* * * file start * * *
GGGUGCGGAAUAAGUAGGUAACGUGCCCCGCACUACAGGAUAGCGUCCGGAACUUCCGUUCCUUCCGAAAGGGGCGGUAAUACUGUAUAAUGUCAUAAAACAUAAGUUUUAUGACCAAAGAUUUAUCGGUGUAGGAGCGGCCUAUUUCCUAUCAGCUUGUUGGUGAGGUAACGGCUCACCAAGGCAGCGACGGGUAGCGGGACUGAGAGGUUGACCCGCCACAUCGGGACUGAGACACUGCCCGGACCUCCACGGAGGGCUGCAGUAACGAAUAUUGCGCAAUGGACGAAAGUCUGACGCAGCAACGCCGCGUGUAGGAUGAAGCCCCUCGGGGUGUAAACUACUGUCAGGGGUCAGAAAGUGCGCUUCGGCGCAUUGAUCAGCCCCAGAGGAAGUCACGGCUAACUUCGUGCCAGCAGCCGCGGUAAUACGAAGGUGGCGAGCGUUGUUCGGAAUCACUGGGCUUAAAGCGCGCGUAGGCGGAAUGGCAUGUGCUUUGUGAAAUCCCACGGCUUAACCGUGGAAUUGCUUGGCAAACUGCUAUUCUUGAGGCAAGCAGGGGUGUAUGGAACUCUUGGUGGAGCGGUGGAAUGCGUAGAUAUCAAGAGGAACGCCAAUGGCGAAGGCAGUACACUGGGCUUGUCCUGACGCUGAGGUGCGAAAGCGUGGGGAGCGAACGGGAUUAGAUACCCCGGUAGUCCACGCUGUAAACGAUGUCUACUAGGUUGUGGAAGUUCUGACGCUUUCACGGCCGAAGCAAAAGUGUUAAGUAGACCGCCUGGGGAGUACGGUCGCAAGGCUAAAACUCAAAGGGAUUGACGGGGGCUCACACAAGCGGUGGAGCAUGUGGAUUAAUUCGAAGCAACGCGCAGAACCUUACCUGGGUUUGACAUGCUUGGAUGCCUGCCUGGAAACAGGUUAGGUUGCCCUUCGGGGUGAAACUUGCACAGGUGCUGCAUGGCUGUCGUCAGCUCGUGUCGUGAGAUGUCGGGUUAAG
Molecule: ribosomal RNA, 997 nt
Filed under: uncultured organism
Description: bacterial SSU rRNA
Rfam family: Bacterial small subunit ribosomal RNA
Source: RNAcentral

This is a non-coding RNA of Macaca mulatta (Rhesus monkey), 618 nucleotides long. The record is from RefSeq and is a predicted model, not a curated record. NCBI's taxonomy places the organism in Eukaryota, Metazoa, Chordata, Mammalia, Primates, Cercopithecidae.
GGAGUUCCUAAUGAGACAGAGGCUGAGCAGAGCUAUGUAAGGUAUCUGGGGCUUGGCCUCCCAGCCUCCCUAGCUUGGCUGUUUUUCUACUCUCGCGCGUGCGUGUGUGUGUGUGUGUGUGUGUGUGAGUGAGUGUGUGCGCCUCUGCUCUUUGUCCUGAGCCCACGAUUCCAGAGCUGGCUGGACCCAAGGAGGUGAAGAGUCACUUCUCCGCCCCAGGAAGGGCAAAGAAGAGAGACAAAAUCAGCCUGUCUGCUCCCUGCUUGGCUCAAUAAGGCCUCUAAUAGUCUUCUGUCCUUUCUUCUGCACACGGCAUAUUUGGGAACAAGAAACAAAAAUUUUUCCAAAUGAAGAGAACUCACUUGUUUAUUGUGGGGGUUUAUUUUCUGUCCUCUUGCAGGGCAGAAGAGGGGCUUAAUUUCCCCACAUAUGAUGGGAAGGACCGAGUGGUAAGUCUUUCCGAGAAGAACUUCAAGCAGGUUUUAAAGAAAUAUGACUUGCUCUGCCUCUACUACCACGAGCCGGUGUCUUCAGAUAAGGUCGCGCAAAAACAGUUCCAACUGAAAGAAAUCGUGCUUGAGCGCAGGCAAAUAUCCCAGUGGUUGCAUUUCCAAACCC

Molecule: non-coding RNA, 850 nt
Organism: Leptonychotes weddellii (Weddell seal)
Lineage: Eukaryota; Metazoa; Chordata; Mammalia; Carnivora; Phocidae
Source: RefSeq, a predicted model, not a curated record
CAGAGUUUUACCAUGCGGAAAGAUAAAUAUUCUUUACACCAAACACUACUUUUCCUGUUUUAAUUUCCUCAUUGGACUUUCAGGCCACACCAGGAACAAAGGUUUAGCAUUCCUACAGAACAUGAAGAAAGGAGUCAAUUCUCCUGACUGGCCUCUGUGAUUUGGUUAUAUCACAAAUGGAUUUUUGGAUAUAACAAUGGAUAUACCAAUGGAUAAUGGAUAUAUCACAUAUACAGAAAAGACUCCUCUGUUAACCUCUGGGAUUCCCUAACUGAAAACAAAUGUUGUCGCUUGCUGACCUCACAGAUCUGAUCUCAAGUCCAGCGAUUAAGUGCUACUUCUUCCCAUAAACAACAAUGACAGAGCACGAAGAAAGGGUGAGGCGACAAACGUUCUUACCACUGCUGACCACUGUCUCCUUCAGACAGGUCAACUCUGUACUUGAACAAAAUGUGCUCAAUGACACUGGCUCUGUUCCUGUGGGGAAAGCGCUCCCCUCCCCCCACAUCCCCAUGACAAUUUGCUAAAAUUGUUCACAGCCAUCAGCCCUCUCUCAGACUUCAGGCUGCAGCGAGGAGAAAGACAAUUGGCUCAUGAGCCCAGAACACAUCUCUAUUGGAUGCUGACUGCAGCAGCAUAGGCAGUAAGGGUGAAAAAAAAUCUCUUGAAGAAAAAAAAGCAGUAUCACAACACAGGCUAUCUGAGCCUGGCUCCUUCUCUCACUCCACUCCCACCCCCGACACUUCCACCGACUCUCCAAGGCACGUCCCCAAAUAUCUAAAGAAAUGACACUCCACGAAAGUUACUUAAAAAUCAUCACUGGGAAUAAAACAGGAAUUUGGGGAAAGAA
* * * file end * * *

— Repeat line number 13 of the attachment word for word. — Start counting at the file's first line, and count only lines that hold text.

CAGAGUUUUACCAUGCGGAAAGAUAAAUAUUCUUUACACCAAACACUACUUUUCCUGUUUUAAUUUCCUCAUUGGACUUUCAGGCCACACCAGGAACAAAGGUUUAGCAUUCCUACAGAACAUGAAGAAAGGAGUCAAUUCUCCUGACUGGCCUCUGUGAUUUGGUUAUAUCACAAAUGGAUUUUUGGAUAUAACAAUGGAUAUACCAAUGGAUAAUGGAUAUAUCACAUAUACAGAAAAGACUCCUCUGUUAACCUCUGGGAUUCCCUAACUGAAAACAAAUGUUGUCGCUUGCUGACCUCACAGAUCUGAUCUCAAGUCCAGCGAUUAAGUGCUACUUCUUCCCAUAAACAACAAUGACAGAGCACGAAGAAAGGGUGAGGCGACAAACGUUCUUACCACUGCUGACCACUGUCUCCUUCAGACAGGUCAACUCUGUACUUGAACAAAAUGUGCUCAAUGACACUGGCUCUGUUCCUGUGGGGAAAGCGCUCCCCUCCCCCCACAUCCCCAUGACAAUUUGCUAAAAUUGUUCACAGCCAUCAGCCCUCUCUCAGACUUCAGGCUGCAGCGAGGAGAAAGACAAUUGGCUCAUGAGCCCAGAACACAUCUCUAUUGGAUGCUGACUGCAGCAGCAUAGGCAGUAAGGGUGAAAAAAAAUCUCUUGAAGAAAAAAAAGCAGUAUCACAACACAGGCUAUCUGAGCCUGGCUCCUUCUCUCACUCCACUCCCACCCCCGACACUUCCACCGACUCUCCAAGGCACGUCCCCAAAUAUCUAAAGAAAUGACACUCCACGAAAGUUACUUAAAAAUCAUCACUGGGAAUAAAACAGGAAUUUGGGGAAAGAA